• Seed heads can be cut, hung to dry in Autumn and used as dried flowers in floral arrangements. They look good with Christmas arrangements.
  • Most are anything but nondescript, and there are some strains with richly coloured flowers of a vibrant deep purple with a hint of magenta.
  • Lunaria annua is a biennial belonging to the brassica  family and will grow in most soil, if it looks unhappy try a bit of lime. When it is happy, which is most of the time since it generally chooses for itself where to live, it can develop into a robust, branching plant, 2ft tall and 1.5ft across.
  • Unfortunately it has no scent. Although a biennial, with each plant living only two years, when it is established it will go on forever, becoming a feature of the late spring garden. When left to its own devices it often turns up in unexpected places.
  • There is a perennial honesty Lunaria rediviva that is an exceptionally beautiful plant. It has a simple grace with yard-high stems clothed in similar fresh green heart-shaped leaves. Its cross-shaped flowers are pale lavender and sweetly scented.
  • Honesty develops thick storage roots, almost like tubers, and, in common with other brassicas, has deep tap roots.
  • Avoid overfeeding and do not use manure Honesty does best without pampering.

Read Honesty is the best policy

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Hydrangea Houseplants

pink-hydrangea

Hydrangeas make good houseplants flowering in spring from a shop bought plant. Hydrangea have been successfully grown as blooming house plants for many years. They are colourful full of flower and relatively trouble free if you give them a good drink of water regularly. Keep plants cool between 50-60 ° F when in flower but give them some good light.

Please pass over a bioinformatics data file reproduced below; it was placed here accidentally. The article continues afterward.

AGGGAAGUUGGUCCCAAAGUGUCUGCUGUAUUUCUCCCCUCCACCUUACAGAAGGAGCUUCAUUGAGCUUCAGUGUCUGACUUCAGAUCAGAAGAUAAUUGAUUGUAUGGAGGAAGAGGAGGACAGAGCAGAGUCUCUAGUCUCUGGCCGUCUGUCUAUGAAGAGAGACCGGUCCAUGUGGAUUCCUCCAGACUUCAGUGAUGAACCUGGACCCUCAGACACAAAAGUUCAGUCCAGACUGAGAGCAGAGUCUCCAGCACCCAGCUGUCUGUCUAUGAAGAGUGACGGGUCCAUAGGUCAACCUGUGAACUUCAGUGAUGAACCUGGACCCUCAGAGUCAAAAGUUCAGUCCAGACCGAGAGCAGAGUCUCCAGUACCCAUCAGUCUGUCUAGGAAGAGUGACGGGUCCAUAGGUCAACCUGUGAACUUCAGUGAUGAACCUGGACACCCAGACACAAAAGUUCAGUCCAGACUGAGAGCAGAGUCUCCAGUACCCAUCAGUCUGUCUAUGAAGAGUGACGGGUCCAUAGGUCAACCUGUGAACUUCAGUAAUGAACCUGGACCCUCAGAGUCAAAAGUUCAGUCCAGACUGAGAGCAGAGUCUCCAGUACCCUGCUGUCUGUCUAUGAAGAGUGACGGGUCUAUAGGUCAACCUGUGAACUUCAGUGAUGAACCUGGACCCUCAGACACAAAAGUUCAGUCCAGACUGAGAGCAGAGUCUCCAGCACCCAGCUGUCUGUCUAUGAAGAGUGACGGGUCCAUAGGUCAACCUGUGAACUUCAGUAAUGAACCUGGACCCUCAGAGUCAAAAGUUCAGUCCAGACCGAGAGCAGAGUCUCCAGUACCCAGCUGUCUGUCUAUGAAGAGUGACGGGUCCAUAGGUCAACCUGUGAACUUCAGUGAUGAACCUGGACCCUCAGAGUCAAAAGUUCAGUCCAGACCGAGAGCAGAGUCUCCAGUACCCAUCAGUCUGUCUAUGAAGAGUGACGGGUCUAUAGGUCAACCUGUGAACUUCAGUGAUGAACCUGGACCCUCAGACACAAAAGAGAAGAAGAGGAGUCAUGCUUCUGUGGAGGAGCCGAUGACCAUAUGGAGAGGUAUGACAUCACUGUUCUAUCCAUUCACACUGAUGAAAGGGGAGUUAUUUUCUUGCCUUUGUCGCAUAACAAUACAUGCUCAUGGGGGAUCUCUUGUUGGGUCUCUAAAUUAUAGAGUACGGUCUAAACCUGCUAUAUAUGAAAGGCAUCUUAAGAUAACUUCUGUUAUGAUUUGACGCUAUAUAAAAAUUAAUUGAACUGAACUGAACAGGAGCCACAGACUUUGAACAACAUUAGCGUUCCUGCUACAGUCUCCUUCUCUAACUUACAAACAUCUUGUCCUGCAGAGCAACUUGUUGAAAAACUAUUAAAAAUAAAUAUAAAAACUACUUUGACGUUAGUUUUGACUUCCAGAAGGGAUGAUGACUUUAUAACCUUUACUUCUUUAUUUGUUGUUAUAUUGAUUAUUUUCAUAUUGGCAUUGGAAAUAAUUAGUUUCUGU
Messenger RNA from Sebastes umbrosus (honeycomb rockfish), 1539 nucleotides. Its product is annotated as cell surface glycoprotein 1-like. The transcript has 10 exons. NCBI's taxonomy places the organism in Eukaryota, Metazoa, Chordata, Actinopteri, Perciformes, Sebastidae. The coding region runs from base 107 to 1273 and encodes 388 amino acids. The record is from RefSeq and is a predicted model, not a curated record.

Indoor Hydrangea Tips

  • Buy a new plant each year and plant the old one in the garden when it has finished flowering. It may not be hardy enough to survive but getting it to reflower indoors will mean you have to emulate the seasonal conditions it would expect in the wild.
  • To buy a good hydrangea for indoors look for a plant with just a few blooms showing color and lots of buds still developing. The plant should fill out the pot with healthy dark green leaves.

hydrangea-buds Continue Reading →

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Iris Reticulata and Histroides Species

Flowers

Whilst these Iris bulbs are grown in a gravel topped bed Reticulata make great pot plants for an alpine house. Flowering in February many varieties have deep purple or violet flowers with conspicuous yellow blotches on lower petals or falls.

  • If you have relatives called Joyce, Gordon, Natasha, Pauline, George or Katherine Hodgkin there is an Iris bulb named after them.
  • Iris Reticulata Cantab is a cobalt blue with a small orange tongue and a most striking colour worthy of close inspection. Whilst Iris Histroides Katherine Hodgkin is a light blue with distinctive marking.
  • Gently force batches of early bulbs by bringing pots of them into a cool greenhouse. When the flower buds begin to colour up, you can bring the bowls into the house.

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Uses for Echevaria

Succulents often have neat attractive leaf forms. The range of rosettes available in the Echevaria group include red tipped points to the leaves and tight groups of offsets as they multiply. This leads to a common name of ‘Hens and Chickens’.

Where to Grow Echeveria

  • This specimen was part of a row at the front of a formal border.
  • They can be grown with success in old sinks or pots, both indoors and outdoors. Ensure it is well drained and never stands in water.
  • In rockeries or alpine gardens surrounded by gravel these plants can colonise neat areas and suppress weeds.
  • As greenhouse or indoor pot plants they flower with interesting spikes. Again keep them quite dry.
  • They make an interesting collection with enough variety to a maintain interest.